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Fragments of Identity: Systematic ceramic analysis, technology, and colonial process

Author(s): Philip Johnston

Year: 2016

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This poster reports the results of a systematic examination of composition for 188 ceramic samples from the Bay of Cádiz (Spain), and discusses the socio-economic ramifications of the findings. Petrographic, NAA, and portable X-Ray Fluorescence (pXRF) analysis focused on 166 Phoenician and Iberian sherds dating to c. 800-550 BCE. An additional 12 geological and ceramic samples were included as controls for the provenance determination. The findings reveal unexpected relationships between chemical and microscopic traits in ceramics from the Bay of Cádiz, underscoring the importance of both archaeometric approaches to pottery composition. Because samples were selected from several successive occupational phases, and from vessels of both Phoenician and Indigenous style, the compositional data provide a window into the development of pottery production in the colonial context. The poster highlights a few of these, namely, traditionally Phoenician vs. indigenous practices of raw material acquisition; the effects of the colonial context on knowledge transmission between generations of potters; and the appearance of mixed Phoenician-Iberian technological style.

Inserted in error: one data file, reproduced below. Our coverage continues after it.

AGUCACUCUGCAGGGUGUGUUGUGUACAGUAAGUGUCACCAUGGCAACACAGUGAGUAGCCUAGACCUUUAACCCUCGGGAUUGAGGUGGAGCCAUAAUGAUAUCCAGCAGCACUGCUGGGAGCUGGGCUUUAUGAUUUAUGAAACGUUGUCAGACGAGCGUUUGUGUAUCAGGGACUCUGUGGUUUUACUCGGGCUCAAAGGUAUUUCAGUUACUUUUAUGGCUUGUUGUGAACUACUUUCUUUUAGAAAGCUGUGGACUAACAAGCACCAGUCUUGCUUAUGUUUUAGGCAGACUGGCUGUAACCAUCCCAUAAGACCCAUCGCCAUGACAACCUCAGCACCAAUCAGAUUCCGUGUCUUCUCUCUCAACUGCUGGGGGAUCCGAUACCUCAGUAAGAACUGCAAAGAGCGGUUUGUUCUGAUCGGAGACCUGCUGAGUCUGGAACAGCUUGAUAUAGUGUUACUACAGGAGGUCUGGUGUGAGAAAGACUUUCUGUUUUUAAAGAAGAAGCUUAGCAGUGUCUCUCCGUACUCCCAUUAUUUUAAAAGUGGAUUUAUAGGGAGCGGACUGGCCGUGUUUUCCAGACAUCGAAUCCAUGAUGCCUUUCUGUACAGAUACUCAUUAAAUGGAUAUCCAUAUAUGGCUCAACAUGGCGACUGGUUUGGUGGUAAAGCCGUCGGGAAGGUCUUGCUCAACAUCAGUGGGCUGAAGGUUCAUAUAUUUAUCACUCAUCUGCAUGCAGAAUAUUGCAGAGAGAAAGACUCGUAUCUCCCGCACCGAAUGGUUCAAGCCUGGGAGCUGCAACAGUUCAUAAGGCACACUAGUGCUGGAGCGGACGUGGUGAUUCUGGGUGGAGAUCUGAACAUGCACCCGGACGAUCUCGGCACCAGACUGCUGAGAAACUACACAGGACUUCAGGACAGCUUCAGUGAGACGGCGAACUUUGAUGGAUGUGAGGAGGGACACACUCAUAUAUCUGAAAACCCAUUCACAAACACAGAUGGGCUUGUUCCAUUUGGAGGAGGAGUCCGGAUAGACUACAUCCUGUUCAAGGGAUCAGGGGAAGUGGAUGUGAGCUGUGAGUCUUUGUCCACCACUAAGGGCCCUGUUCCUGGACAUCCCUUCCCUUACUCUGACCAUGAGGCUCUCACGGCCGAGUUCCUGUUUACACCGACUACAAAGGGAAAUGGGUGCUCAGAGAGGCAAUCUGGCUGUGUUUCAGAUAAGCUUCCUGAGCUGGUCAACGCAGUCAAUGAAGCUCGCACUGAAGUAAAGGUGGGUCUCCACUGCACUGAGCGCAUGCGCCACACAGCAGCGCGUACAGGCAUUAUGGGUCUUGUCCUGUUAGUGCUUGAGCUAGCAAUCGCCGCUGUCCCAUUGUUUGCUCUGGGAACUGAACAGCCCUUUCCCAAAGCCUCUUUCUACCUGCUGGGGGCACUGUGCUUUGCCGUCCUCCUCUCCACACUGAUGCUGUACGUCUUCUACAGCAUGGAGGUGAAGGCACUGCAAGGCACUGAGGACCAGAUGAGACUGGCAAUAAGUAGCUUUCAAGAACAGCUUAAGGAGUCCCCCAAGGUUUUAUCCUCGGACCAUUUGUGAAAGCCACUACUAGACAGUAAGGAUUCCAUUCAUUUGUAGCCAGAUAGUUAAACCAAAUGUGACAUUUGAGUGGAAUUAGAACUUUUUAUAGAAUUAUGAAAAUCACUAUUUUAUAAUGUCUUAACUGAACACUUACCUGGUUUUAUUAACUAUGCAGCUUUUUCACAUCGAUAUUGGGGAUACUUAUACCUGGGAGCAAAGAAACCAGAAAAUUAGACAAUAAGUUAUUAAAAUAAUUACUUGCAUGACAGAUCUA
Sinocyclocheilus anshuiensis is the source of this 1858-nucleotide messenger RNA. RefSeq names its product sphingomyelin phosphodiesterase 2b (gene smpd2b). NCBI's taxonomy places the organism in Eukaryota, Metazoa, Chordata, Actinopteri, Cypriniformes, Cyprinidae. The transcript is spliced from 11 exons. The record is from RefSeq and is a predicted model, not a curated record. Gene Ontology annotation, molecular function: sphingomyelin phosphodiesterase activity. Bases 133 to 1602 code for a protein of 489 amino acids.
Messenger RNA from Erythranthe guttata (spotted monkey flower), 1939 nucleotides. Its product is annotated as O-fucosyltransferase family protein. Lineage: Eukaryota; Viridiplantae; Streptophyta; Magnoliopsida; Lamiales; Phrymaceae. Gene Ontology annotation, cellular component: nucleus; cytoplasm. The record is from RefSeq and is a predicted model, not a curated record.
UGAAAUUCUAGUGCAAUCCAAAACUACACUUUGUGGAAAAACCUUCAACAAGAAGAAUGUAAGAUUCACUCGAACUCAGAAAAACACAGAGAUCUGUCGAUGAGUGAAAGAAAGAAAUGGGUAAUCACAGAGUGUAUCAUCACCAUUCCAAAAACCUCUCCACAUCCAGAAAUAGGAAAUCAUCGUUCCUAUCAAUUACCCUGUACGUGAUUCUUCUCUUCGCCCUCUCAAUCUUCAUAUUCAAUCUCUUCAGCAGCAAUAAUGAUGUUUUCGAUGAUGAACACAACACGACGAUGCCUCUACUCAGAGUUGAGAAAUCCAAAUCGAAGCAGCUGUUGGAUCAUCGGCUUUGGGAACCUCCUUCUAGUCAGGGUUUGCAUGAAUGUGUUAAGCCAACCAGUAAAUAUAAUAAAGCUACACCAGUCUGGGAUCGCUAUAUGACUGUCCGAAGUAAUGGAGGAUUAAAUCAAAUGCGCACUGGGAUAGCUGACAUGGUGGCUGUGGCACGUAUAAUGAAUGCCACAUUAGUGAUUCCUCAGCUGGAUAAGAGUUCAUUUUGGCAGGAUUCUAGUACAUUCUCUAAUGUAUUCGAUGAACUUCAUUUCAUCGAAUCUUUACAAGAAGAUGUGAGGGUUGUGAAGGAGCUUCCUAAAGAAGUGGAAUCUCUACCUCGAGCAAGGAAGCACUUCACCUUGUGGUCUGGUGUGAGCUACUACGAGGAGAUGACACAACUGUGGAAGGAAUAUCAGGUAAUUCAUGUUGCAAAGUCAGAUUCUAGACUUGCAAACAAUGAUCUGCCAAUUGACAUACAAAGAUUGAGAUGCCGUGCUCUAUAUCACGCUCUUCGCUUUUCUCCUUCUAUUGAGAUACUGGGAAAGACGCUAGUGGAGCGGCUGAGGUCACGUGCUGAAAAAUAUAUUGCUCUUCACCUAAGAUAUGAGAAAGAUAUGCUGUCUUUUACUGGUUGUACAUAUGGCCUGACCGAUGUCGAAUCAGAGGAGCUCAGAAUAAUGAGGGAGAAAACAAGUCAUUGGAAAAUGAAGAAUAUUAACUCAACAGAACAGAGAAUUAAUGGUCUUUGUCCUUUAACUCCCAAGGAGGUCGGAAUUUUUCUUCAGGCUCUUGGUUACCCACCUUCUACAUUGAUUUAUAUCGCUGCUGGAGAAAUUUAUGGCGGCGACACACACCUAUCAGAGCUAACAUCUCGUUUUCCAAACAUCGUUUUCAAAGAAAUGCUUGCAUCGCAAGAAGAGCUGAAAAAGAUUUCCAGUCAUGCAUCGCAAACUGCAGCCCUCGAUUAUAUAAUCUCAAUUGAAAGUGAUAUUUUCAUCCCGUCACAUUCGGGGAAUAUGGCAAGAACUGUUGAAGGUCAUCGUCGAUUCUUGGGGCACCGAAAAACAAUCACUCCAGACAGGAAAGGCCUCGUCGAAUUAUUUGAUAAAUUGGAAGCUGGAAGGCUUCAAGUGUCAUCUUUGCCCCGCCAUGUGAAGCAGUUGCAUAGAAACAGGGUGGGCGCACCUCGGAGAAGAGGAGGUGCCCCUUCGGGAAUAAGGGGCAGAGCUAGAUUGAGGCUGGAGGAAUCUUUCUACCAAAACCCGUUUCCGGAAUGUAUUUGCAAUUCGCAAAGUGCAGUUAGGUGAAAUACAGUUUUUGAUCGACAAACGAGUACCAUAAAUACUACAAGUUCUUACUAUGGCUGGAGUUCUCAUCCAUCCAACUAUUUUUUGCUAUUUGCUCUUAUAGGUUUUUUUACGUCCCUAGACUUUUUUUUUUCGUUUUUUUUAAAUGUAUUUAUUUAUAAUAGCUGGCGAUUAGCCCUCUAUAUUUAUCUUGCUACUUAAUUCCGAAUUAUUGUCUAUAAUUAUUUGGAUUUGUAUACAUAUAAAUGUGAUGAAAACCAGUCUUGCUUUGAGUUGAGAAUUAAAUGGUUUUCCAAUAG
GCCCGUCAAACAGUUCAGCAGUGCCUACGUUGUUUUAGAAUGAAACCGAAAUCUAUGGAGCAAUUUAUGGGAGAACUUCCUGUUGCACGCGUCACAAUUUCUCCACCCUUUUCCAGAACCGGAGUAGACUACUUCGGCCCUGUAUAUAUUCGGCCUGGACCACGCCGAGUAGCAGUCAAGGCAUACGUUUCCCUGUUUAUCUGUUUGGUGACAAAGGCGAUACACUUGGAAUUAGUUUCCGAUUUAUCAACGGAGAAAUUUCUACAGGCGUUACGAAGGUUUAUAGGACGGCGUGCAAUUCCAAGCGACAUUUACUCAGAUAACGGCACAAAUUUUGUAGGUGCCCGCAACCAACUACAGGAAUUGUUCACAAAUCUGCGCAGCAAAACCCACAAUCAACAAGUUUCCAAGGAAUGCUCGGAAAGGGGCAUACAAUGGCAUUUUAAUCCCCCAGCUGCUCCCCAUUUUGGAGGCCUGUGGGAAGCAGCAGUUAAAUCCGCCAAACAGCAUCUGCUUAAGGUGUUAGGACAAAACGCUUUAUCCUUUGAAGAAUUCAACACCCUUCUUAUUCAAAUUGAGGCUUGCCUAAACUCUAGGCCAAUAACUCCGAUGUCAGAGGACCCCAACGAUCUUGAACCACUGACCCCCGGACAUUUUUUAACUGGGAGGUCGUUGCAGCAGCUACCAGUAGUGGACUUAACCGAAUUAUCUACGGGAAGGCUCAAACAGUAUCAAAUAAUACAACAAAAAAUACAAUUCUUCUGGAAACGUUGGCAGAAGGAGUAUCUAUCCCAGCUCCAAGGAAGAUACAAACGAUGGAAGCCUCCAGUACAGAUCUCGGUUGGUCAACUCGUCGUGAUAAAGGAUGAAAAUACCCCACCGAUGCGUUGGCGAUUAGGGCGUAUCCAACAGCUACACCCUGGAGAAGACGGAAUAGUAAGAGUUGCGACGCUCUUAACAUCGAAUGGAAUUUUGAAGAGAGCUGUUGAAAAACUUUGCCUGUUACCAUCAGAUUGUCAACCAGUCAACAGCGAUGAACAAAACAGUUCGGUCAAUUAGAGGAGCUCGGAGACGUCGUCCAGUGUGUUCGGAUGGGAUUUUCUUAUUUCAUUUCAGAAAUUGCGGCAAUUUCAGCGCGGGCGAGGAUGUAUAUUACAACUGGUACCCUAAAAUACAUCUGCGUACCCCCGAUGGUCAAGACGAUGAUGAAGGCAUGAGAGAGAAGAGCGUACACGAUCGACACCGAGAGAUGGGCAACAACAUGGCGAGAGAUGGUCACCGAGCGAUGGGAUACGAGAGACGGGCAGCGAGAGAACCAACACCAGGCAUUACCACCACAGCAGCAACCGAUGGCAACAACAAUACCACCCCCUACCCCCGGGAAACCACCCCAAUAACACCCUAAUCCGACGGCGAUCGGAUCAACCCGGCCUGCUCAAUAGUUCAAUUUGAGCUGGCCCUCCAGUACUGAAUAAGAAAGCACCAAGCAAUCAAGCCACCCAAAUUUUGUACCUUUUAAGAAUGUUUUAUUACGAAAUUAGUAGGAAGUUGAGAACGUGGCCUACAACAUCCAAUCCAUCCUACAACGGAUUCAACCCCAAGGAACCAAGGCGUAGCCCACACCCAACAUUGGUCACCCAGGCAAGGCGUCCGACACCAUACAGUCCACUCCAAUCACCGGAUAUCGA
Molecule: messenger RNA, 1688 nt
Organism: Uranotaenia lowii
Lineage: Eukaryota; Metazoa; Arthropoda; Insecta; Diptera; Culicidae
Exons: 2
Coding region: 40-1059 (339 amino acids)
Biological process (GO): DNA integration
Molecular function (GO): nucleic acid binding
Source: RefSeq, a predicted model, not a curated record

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Fragments of Identity: Systematic ceramic analysis, technology, and colonial process. Philip Johnston. Presented at The 81st Annual Meeting of the Society for American Archaeology, Orlando, Florida. 2016 ( tDAR id: 404313)


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min long: -11.074; min lat: 37.44 ; max long: 50.098; max lat: 70.845 ;

Arizona State University The Andrew W. Mellon Foundation National Science Foundation National Endowment for the Humanities Society for American Archaeology Archaeological Institute of America